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Pfizer asks FDA to approve emergency use of its COVID-19 vaccine

Pedestrians walk past Pfizer's headquarters in New York.
Pedestrians walk past Pfizer Inc.'s world headquarters in New York.
(Bebeto Matthews / Associated Press)

Pfizer formally asked U.S. regulators Friday to allow emergency use of its COVID-19 vaccine, starting the clock on a process that could bring limited first shots as early as next month and eventually an end to the pandemic — but not until after a long, hard winter.

The action comes days after Pfizer Inc. and its German partner BioNTech announced that its vaccine appears to be 95% effective at preventing mild to severe COVID-19 disease in a large, ongoing study.

The companies said that protection plus a good safety record means the vaccine should qualify for emergency use authorization, something the Food and Drug Administration can grant before the final testing is fully complete. In addition to the FDA submission, they have already started “rolling” applications in Europe and the U.K. and intend to submit similar information soon.

With the coronavirus surging around the U.S. and the world, the pressure is on for regulators to make a speedy decision.

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“Help is on the way,” Dr. Anthony Fauci, the top U.S. infectious disease expert, said on the eve of Pfizer’s announcement, while adding that it’s too early to abandon masks and other protective measures. “We need to actually double down on the public health measures as we’re waiting for that help to come.”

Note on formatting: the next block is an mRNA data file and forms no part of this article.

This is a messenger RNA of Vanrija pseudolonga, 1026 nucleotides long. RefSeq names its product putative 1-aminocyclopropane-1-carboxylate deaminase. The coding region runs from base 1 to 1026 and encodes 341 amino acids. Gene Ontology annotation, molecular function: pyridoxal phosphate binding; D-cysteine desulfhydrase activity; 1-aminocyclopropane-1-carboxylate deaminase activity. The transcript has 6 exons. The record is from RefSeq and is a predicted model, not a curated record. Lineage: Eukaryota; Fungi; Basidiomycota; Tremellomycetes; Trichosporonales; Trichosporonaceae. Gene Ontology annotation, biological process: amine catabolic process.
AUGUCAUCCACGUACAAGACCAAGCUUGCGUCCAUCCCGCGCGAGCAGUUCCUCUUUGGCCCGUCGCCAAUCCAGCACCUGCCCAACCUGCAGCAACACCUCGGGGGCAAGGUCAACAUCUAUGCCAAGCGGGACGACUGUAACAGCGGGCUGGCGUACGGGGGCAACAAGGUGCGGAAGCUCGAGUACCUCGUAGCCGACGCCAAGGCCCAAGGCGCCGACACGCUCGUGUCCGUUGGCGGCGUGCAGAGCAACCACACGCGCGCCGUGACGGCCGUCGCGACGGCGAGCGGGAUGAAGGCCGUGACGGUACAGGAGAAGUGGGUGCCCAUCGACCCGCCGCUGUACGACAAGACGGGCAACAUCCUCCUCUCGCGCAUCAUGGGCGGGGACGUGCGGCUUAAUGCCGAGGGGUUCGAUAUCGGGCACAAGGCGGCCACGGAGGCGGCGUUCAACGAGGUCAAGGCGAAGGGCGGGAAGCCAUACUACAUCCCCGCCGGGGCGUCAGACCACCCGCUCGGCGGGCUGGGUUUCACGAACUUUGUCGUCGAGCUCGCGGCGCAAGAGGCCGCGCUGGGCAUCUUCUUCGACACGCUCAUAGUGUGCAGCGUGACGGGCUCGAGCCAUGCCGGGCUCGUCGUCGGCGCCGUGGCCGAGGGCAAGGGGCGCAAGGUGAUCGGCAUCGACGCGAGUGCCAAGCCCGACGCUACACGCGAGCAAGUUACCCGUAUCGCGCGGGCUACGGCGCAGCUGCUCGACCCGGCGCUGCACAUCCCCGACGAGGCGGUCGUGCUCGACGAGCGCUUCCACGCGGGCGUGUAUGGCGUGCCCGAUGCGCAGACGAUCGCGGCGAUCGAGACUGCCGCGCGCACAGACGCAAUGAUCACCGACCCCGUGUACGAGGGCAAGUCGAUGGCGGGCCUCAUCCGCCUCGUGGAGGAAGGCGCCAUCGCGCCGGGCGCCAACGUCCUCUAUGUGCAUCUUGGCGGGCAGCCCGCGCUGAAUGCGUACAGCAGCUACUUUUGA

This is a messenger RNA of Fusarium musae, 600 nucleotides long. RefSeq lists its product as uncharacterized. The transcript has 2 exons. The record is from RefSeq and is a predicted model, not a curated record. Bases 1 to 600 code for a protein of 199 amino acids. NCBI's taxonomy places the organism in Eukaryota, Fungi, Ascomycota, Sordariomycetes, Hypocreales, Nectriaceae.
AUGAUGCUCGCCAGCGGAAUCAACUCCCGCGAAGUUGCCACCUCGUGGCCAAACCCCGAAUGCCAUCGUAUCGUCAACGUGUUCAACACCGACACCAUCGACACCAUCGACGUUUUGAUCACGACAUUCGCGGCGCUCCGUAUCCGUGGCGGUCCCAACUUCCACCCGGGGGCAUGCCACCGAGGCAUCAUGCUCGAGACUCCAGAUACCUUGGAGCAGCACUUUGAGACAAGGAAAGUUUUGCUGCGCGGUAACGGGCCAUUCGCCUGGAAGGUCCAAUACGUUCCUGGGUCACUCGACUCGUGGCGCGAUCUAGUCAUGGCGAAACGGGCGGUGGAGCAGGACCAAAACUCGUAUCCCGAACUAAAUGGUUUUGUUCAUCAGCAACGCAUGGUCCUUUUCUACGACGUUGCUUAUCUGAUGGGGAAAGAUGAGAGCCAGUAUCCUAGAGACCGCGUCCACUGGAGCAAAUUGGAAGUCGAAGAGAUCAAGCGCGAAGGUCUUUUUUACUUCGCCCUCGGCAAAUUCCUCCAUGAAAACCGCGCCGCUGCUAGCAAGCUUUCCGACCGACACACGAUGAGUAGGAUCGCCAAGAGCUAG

Friday’s filing sets off a chain of events as the FDA and its independent advisors debate whether the vaccine is ready. If so, still another government group will have to decide how the initial limited supplies are rationed out to anxiously waiting Americans.

How much vaccine will be available and when is a moving target, but initial supplies will be scarce and rationed. Globally, Pfizer has estimated it could have 50 million doses available by year’s end.

About 25 million may become available for U.S. use in December, 30 million in January and 35 million more in February and March, according to information presented to the National Academy of Medicine this week. Recipients will need two doses, given three weeks apart. The U.S. government has a contract to buy millions of Pfizer-BioNTech doses, as well as other candidates that pan out, and has promised the shots will be free.

Not far behind is competitor Moderna Inc.’s vaccine. Early data suggest the shots are as effective as Pfizer’s, and the company expects to also seek emergency authorization within weeks.

There are still many unknowns when it comes to the pandemic, but the early signs of success for two experimental COVID-19 vaccines make a few things clear.

Here’s what happens next:

Making the data public

The public will get its first chance to see how strong the evidence of the vaccine’s effectiveness is in early December at a public meeting of the FDA’s scientific advisors.

So far, what’s known is based only on statements from Pfizer and BioNTech. Of 170 infections detected among trial subjects to date, only eight were among people who had received the vaccine; the rest had received a dummy shot. On the safety side, the companies cite results from 38,000 study participants who have been tracked for two months after their second dose. That’s a milestone set by the FDA because, historically, vaccine side effects don’t crop up later than that.